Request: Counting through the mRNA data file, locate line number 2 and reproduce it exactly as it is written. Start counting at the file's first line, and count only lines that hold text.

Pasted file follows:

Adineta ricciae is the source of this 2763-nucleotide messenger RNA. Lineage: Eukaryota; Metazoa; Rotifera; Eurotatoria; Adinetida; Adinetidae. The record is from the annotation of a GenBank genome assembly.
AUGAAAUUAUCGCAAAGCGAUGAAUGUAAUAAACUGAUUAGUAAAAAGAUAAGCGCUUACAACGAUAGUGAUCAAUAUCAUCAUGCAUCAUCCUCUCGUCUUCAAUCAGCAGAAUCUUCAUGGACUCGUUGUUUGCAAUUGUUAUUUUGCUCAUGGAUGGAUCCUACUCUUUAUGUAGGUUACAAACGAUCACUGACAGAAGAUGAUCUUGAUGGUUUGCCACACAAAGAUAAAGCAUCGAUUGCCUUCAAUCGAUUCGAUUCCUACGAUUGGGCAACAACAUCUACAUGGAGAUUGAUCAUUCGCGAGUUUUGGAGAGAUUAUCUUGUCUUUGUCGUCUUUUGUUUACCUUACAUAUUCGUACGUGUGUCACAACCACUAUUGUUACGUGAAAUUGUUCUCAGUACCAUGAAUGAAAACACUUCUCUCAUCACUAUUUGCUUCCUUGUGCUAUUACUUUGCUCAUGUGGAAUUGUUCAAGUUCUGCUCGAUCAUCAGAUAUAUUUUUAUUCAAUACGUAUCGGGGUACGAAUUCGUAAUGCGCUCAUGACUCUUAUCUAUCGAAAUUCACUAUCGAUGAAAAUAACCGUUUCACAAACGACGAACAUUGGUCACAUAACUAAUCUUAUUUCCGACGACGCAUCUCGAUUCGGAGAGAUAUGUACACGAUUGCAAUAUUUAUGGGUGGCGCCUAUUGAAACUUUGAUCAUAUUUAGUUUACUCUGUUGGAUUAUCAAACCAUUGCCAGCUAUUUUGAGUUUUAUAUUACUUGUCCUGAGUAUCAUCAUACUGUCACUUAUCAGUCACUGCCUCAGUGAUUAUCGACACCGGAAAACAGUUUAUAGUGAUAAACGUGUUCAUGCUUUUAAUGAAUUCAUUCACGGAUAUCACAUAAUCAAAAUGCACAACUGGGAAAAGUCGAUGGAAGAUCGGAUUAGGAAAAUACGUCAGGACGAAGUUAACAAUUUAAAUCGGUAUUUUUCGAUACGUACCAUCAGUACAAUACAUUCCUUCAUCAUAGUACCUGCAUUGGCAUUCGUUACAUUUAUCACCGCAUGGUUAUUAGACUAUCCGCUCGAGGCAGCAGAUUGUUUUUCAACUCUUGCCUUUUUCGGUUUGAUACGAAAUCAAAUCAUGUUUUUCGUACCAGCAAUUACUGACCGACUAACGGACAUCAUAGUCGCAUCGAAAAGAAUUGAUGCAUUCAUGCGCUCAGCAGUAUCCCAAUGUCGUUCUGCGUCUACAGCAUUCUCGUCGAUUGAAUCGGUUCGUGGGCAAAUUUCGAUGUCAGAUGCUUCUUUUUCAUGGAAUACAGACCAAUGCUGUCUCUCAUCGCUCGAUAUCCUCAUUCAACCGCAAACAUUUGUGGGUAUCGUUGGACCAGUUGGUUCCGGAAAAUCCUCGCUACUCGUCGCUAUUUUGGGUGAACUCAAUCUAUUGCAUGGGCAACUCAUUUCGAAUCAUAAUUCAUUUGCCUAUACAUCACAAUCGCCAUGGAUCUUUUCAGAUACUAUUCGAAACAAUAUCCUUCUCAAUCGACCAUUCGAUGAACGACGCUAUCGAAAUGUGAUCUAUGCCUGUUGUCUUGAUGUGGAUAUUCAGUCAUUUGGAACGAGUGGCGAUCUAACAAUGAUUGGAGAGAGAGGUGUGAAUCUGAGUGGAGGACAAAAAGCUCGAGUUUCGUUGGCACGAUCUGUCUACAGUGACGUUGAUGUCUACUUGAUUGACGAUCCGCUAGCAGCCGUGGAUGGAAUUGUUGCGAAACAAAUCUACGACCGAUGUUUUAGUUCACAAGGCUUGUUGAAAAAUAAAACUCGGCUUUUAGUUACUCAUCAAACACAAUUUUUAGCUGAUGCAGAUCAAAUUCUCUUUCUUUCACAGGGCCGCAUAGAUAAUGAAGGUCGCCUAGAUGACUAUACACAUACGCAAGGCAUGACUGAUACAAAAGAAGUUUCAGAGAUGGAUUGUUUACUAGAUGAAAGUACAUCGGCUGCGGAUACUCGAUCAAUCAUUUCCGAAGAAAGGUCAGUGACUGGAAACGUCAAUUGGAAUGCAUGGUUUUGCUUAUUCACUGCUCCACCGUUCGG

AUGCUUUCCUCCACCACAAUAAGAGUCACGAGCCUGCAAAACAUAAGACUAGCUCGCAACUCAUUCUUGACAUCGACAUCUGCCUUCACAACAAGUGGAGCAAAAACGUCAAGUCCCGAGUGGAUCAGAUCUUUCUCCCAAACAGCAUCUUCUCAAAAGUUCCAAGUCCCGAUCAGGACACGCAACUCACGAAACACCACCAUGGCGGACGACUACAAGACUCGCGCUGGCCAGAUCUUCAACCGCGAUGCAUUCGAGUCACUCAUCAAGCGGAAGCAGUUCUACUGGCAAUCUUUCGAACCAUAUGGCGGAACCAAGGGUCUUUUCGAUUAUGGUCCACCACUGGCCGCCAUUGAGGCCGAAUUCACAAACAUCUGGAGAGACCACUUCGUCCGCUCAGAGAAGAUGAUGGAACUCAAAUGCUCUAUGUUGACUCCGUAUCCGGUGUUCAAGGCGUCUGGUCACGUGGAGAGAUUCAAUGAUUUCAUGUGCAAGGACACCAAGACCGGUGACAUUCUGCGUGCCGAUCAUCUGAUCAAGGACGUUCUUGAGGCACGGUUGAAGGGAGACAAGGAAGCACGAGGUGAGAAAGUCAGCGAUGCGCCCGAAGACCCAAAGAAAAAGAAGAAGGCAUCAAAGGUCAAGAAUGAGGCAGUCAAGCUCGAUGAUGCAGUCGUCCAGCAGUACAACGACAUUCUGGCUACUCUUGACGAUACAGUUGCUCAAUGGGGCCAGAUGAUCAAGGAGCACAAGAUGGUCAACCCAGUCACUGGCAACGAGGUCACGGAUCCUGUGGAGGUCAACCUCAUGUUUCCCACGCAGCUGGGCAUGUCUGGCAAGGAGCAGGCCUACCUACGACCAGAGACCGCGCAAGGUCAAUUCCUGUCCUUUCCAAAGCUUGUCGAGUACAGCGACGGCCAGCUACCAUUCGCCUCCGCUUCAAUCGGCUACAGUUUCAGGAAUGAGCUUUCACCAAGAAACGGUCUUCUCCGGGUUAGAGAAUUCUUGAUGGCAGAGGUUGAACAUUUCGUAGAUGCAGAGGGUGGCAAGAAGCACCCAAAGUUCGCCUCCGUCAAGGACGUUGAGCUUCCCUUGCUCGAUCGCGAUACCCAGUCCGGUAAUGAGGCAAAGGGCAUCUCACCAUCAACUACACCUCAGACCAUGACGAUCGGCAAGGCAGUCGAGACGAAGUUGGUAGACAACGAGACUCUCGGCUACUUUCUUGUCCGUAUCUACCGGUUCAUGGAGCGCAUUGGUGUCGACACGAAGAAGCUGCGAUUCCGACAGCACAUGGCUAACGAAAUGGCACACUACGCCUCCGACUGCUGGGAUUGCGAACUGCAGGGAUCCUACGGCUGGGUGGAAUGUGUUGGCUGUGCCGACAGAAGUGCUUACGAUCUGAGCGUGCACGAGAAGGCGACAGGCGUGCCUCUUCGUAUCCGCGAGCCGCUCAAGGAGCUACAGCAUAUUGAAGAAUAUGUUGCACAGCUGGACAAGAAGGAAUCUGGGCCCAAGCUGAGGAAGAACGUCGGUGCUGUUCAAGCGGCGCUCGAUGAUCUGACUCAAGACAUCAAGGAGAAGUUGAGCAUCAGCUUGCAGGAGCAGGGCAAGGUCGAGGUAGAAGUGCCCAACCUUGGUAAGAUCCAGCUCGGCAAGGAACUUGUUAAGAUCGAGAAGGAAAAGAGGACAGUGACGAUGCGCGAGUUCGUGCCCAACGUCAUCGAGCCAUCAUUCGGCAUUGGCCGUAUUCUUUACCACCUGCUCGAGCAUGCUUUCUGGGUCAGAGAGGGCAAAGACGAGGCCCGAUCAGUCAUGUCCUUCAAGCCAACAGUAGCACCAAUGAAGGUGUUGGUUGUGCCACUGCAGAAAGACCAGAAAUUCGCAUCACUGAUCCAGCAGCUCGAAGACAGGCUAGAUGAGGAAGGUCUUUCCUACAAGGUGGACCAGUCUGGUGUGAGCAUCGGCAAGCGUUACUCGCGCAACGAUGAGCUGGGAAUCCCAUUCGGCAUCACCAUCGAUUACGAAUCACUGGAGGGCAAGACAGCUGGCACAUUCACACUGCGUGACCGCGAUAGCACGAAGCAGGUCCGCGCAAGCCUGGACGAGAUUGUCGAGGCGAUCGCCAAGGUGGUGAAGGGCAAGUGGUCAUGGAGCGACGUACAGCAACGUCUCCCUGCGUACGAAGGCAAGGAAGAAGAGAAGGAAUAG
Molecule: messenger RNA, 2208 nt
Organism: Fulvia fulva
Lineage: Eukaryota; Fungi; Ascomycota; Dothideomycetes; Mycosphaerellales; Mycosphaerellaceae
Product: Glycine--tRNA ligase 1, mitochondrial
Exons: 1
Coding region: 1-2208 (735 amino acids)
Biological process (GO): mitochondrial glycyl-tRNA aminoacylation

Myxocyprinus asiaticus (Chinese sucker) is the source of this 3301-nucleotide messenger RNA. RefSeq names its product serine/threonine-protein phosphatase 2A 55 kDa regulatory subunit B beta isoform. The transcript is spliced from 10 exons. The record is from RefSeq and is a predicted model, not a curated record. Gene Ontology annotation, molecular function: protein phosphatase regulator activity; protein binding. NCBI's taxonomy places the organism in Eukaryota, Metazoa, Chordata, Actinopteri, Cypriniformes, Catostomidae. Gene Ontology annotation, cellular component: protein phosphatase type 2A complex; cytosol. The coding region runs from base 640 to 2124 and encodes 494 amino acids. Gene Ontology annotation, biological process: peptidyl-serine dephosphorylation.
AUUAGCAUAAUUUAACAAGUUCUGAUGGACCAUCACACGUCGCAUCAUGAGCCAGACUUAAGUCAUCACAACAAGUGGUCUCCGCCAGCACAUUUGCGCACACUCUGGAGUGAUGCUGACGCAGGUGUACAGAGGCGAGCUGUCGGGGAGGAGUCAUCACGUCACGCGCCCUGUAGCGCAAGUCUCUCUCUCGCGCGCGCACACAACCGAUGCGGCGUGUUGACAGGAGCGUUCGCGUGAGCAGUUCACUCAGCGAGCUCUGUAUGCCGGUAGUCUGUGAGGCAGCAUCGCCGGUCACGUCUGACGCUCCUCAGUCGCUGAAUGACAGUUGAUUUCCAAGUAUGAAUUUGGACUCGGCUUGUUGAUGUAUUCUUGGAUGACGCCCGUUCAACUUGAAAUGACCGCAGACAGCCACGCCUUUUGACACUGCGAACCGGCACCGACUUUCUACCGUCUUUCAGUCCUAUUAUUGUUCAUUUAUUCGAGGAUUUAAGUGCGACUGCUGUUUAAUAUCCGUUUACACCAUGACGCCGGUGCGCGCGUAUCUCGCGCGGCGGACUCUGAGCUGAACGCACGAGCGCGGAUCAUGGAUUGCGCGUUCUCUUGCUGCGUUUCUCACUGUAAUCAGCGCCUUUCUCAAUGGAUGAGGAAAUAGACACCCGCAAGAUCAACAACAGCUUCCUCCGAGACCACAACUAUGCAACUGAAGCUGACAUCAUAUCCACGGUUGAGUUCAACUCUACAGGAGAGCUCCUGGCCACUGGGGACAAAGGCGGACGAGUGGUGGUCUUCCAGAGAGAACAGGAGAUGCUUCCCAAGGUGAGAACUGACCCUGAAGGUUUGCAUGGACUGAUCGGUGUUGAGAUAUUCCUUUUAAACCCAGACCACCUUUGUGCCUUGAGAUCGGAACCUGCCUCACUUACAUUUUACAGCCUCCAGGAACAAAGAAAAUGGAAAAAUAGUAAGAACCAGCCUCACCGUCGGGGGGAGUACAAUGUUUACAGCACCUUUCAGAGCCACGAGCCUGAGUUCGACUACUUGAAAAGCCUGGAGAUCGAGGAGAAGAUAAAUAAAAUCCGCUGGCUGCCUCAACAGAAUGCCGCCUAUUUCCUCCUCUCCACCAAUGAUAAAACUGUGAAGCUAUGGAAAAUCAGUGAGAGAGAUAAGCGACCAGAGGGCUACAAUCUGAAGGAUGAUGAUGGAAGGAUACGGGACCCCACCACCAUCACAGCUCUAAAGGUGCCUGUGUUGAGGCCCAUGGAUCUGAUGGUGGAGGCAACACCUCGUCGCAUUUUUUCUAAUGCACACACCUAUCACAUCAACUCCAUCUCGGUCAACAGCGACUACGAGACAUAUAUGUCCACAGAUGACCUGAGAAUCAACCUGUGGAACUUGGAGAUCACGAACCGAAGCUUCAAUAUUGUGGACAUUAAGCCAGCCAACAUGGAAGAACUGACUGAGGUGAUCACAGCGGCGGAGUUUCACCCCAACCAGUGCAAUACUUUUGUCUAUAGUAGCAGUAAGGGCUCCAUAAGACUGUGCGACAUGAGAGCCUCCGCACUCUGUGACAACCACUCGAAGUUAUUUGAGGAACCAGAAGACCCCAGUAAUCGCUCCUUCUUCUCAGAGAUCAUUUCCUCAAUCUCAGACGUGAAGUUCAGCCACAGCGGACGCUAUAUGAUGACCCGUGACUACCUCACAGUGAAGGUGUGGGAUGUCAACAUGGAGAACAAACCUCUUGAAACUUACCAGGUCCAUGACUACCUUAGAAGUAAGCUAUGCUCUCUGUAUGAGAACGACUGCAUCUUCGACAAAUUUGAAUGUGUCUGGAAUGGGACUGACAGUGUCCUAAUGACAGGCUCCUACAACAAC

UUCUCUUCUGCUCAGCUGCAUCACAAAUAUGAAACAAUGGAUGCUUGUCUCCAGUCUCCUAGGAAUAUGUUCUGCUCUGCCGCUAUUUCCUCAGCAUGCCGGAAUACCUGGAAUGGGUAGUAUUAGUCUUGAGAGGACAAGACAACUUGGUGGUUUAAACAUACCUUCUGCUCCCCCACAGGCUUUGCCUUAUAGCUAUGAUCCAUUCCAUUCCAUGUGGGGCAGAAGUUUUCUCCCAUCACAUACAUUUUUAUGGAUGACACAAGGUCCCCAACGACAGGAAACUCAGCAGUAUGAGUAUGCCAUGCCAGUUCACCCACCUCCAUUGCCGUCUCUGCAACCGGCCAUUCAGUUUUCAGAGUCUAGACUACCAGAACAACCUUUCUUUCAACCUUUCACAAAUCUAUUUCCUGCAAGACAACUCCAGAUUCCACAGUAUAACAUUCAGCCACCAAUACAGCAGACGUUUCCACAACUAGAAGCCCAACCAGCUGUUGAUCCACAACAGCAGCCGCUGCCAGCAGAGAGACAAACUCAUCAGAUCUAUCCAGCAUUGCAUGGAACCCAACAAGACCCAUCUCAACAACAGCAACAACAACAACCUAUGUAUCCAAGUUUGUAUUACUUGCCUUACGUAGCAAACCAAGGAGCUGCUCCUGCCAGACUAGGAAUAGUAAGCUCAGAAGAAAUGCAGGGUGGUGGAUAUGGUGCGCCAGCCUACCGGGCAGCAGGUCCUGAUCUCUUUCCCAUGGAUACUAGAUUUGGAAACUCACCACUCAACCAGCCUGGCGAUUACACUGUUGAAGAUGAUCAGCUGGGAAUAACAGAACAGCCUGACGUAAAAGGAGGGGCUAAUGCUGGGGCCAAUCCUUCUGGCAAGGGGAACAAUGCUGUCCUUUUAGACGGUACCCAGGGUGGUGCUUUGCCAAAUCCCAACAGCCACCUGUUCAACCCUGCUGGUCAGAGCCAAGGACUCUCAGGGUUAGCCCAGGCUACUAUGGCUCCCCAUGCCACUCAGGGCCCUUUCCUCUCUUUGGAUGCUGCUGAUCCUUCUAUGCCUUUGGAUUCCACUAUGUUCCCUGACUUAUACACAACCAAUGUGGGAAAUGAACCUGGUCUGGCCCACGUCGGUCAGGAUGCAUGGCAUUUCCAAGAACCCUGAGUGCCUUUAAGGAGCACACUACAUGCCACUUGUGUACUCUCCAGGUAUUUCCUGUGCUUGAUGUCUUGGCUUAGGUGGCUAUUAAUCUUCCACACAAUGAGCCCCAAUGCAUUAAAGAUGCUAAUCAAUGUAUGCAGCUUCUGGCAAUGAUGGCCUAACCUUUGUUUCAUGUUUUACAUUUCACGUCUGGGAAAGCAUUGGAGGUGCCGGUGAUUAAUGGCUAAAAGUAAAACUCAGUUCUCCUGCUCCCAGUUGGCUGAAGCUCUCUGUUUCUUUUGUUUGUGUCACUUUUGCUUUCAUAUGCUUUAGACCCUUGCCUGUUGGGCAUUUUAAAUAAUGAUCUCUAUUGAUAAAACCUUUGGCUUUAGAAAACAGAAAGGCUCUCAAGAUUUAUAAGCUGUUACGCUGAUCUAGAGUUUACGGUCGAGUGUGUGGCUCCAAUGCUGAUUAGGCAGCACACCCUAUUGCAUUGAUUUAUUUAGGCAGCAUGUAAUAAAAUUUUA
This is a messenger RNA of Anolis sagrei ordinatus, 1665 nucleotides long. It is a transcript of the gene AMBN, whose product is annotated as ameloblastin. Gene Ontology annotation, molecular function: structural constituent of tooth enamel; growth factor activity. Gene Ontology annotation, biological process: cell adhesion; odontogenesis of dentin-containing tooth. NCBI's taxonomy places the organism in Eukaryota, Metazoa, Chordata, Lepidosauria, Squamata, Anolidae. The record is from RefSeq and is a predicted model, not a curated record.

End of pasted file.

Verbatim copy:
AUGAAAUUAUCGCAAAGCGAUGAAUGUAAUAAACUGAUUAGUAAAAAGAUAAGCGCUUACAACGAUAGUGAUCAAUAUCAUCAUGCAUCAUCCUCUCGUCUUCAAUCAGCAGAAUCUUCAUGGACUCGUUGUUUGCAAUUGUUAUUUUGCUCAUGGAUGGAUCCUACUCUUUAUGUAGGUUACAAACGAUCACUGACAGAAGAUGAUCUUGAUGGUUUGCCACACAAAGAUAAAGCAUCGAUUGCCUUCAAUCGAUUCGAUUCCUACGAUUGGGCAACAACAUCUACAUGGAGAUUGAUCAUUCGCGAGUUUUGGAGAGAUUAUCUUGUCUUUGUCGUCUUUUGUUUACCUUACAUAUUCGUACGUGUGUCACAACCACUAUUGUUACGUGAAAUUGUUCUCAGUACCAUGAAUGAAAACACUUCUCUCAUCACUAUUUGCUUCCUUGUGCUAUUACUUUGCUCAUGUGGAAUUGUUCAAGUUCUGCUCGAUCAUCAGAUAUAUUUUUAUUCAAUACGUAUCGGGGUACGAAUUCGUAAUGCGCUCAUGACUCUUAUCUAUCGAAAUUCACUAUCGAUGAAAAUAACCGUUUCACAAACGACGAACAUUGGUCACAUAACUAAUCUUAUUUCCGACGACGCAUCUCGAUUCGGAGAGAUAUGUACACGAUUGCAAUAUUUAUGGGUGGCGCCUAUUGAAACUUUGAUCAUAUUUAGUUUACUCUGUUGGAUUAUCAAACCAUUGCCAGCUAUUUUGAGUUUUAUAUUACUUGUCCUGAGUAUCAUCAUACUGUCACUUAUCAGUCACUGCCUCAGUGAUUAUCGACACCGGAAAACAGUUUAUAGUGAUAAACGUGUUCAUGCUUUUAAUGAAUUCAUUCACGGAUAUCACAUAAUCAAAAUGCACAACUGGGAAAAGUCGAUGGAAGAUCGGAUUAGGAAAAUACGUCAGGACGAAGUUAACAAUUUAAAUCGGUAUUUUUCGAUACGUACCAUCAGUACAAUACAUUCCUUCAUCAUAGUACCUGCAUUGGCAUUCGUUACAUUUAUCACCGCAUGGUUAUUAGACUAUCCGCUCGAGGCAGCAGAUUGUUUUUCAACUCUUGCCUUUUUCGGUUUGAUACGAAAUCAAAUCAUGUUUUUCGUACCAGCAAUUACUGACCGACUAACGGACAUCAUAGUCGCAUCGAAAAGAAUUGAUGCAUUCAUGCGCUCAGCAGUAUCCCAAUGUCGUUCUGCGUCUACAGCAUUCUCGUCGAUUGAAUCGGUUCGUGGGCAAAUUUCGAUGUCAGAUGCUUCUUUUUCAUGGAAUACAGACCAAUGCUGUCUCUCAUCGCUCGAUAUCCUCAUUCAACCGCAAACAUUUGUGGGUAUCGUUGGACCAGUUGGUUCCGGAAAAUCCUCGCUACUCGUCGCUAUUUUGGGUGAACUCAAUCUAUUGCAUGGGCAACUCAUUUCGAAUCAUAAUUCAUUUGCCUAUACAUCACAAUCGCCAUGGAUCUUUUCAGAUACUAUUCGAAACAAUAUCCUUCUCAAUCGACCAUUCGAUGAACGACGCUAUCGAAAUGUGAUCUAUGCCUGUUGUCUUGAUGUGGAUAUUCAGUCAUUUGGAACGAGUGGCGAUCUAACAAUGAUUGGAGAGAGAGGUGUGAAUCUGAGUGGAGGACAAAAAGCUCGAGUUUCGUUGGCACGAUCUGUCUACAGUGACGUUGAUGUCUACUUGAUUGACGAUCCGCUAGCAGCCGUGGAUGGAAUUGUUGCGAAACAAAUCUACGACCGAUGUUUUAGUUCACAAGGCUUGUUGAAAAAUAAAACUCGGCUUUUAGUUACUCAUCAAACACAAUUUUUAGCUGAUGCAGAUCAAAUUCUCUUUCUUUCACAGGGCCGCAUAGAUAAUGAAGGUCGCCUAGAUGACUAUACACAUACGCAAGGCAUGACUGAUACAAAAGAAGUUUCAGAGAUGGAUUGUUUACUAGAUGAAAGUACAUCGGCUGCGGAUACUCGAUCAAUCAUUUCCGAAGAAAGGUCAGUGACUGGAAACGUCAAUUGGAAUGCAUGGUUUUGCUUAUUCACUGCUCCACCGUUCGG